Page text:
This exhibition focuses on the postwar architecture of the Belgian architect Léon Stynen (1899-1990). His post-war oeuvre is characterised by brutalist architecture with a sensitivity to the human scale. It reflects the wealth and wit of post-war architecture, and it highlights the contemporary relevance of modern heritage. Léon Stynen wrote that only humankind should form the basis of architecture. With his designs, he intended to contribute to the creation of a modern environment for the contemporary individual. Stynen’s oeuvre is not only particularly extensive, but also demonstrates that he mastered all the scales of the profession; from the landscape to the interior.
Belgian architect Léon Stynen epitomises a generation of post-war modernist architects in Europe. Their oeuvres and profiles share many similarities. Typically, these architects were part of a strong national and international network. They were up-to-date and knowledgeable, prolific and varied builders, consummate professionals, and able to access large-scale, highly visible commissions for the welfare state. Showing Stynen’s oeuvre at the brutalist Silver building, a former brewery by the Irish architects Munce & Kennedy, underlines the value of modernist heritage and its contemporary relevance.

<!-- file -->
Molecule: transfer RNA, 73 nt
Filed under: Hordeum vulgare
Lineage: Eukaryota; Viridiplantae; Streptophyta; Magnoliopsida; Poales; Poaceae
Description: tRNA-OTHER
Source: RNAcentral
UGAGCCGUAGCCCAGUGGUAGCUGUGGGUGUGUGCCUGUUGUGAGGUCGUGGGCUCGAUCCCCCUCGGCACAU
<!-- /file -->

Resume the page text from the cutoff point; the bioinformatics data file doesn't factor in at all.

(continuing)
The wooden structures enclosing the public space in front of the Silver Building, created in collaboration with Eagles of Architecture and a group of high school students, analyse the proportions in Stynen’s façades. Ten large photographs by Filip Dujardin show Stynen’s buildings in their current condition. In the boiler rooms, a selection of exceptional pieces from the Stynen archive – part of the collection of the Flanders Architectural Institute – reflect the genius of Stynen’s oeuvre, and the wealth of paper architecture.
For more information about the Belgian architect Léon Stynen go to: www.stynen2018.be
With support of The General Representation of the Government of Flanders, at the Embassy of Belgium in the United Kingdom.